The most wonderful time of the year…
It may be, but it’s also one of the most complicated.
When I sent my kids to Jewish Day School, I expected the annual conversation about why we don’t celebrate Xmas, but somehow I expected the impact to be lighter than it was as the only Jewish kid in my elementary school classes.
“Mama,” Naomi said to me the other day, “Our house looks haunted compared to all our neighbors with their pretty lights.”
“Haunted?” I said. “Well, certainly a little darker. But think about how much fun we’re having inside the house.” B snickered, most likely thinking about the bickering that had been going on all morning and then my own tirade about how messy everything was, including the fence out front that desperately needed to be replaced. Our neighbors told us it had been there for as long as they lived there and that was at least thirty years.
So I pulled out the box of Chanuka decorations we drag out every year, as well as some felt, glitter and glue and we commenced to get all crafty with ourselves and create some new decorations to up our Chanuka bling factor…
“We should give them to the neighbors,” Tali decided.
“But they don’t celebrate Chanuka,” Naomi said. Shouldn’t we be giving them tree and candy cane cookies?”
“Why wouldn’t they like these cookies?” I asked them. They shrugged, but didn’t look like they were buying my reasoning that why wouldn’t their neighbors like the same silver sparkles that were exciting to them.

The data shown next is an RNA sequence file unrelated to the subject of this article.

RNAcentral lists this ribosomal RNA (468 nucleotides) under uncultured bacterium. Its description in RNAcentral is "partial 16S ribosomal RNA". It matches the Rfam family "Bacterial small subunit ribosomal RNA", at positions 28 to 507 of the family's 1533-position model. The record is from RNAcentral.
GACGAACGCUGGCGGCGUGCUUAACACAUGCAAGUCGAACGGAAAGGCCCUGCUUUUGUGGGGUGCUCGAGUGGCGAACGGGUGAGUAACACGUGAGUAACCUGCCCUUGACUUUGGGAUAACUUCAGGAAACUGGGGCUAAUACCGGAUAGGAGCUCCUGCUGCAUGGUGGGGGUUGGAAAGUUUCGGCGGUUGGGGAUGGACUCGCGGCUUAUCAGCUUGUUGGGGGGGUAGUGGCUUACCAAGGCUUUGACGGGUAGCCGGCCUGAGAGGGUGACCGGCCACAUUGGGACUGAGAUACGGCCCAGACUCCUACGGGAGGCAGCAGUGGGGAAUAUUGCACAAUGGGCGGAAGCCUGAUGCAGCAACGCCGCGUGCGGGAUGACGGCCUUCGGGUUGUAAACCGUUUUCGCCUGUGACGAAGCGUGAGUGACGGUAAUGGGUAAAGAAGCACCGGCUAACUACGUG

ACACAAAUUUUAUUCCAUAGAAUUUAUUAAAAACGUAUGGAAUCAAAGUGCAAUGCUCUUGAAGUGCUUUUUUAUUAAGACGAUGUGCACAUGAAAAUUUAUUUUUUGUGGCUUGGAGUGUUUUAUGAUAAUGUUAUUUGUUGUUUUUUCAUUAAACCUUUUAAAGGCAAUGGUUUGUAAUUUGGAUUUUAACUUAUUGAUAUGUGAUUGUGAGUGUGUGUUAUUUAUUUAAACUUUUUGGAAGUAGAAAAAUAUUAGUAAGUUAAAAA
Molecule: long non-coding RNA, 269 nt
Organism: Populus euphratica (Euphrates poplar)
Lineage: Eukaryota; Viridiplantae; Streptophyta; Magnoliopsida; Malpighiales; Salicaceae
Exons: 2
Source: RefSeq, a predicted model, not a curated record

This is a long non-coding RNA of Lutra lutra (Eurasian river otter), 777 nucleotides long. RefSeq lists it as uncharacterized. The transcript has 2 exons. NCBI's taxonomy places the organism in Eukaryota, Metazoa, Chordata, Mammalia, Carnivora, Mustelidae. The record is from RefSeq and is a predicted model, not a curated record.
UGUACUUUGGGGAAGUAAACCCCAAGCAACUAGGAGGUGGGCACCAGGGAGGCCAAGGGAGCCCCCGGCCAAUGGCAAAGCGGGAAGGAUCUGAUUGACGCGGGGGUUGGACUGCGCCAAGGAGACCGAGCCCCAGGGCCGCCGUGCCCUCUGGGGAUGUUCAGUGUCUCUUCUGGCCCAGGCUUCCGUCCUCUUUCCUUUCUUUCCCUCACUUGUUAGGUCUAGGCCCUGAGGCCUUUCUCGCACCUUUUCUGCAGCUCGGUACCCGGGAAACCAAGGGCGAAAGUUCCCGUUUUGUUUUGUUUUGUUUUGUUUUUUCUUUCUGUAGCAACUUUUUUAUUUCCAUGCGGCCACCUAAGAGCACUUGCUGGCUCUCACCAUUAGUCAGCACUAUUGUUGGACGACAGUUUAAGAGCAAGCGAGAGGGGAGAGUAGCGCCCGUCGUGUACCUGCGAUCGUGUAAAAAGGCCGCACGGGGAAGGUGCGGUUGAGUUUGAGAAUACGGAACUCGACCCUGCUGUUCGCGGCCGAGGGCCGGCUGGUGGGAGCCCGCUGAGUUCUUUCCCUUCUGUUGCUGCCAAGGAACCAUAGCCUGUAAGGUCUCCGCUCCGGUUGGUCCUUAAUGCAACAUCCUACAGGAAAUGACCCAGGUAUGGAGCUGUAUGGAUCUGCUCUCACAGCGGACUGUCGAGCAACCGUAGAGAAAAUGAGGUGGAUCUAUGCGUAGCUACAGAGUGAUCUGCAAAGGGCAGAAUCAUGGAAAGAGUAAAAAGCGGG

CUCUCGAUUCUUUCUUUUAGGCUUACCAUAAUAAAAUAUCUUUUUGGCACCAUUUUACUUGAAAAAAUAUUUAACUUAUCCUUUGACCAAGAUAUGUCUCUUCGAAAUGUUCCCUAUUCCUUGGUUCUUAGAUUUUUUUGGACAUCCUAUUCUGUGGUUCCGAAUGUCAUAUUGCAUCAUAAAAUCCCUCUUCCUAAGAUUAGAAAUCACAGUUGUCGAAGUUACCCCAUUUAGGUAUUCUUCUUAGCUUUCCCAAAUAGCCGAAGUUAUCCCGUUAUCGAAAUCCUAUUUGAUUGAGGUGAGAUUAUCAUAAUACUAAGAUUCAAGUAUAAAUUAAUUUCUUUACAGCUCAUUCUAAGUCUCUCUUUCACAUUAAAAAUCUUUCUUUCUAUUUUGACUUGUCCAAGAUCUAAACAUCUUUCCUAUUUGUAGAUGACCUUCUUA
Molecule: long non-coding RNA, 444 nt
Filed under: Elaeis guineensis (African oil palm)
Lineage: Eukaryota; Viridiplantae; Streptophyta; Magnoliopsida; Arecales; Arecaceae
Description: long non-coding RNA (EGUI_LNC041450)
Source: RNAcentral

In the middle of wrapping up the cookies with cellophane and ribbon, I looked up and saw that B had demolished much of the fence we’d been talking about earlier. Suddenly, we could see the entire front yard and street from the kitchen. The light in the house looked totally different. There was definitely more light in the house, even during the dark Seattle days. Sure, the flower beds were totally torn up in the process and we’d have to wait until spring to do anything about it, but light is a really good thing in December in Seattle.
The girls and I took the cookie packages to our neighbors and at each house we stopped at, we stopped and visited. The girls were asked about Chanuka and we also got to learn about some Swedish traditions. At each house, the girls got more and more excited.
“Why don’t we do this more often?” and “Did you see how excited they were to get dreidel cookies?” Even though Chanuka has nothing to do with Xmas besides the time of year, it felt good to share the holidays with the neighbors. It felt good to feel more a part of our neighborhood community. And in the darkest days of the year, who doesn’t need a little community?
So we decided to make our cookie deliveries an annual event. And later that evening when we lit our Chanukiyot, we noticed something else. Where we previously only saw that fence, now the reflection of our candles in the window flickered along with the holiday lights across the street. Tali saw it first and ran outside to the front.
“Hey! Now you can see our Chanukiyot from the street!”
We walked out to front yard to see our five Chanukiyot in the window, cheerfully lit and visible to everyone.
“We have decorations,” Naomi said proudly. “No more haunted house.”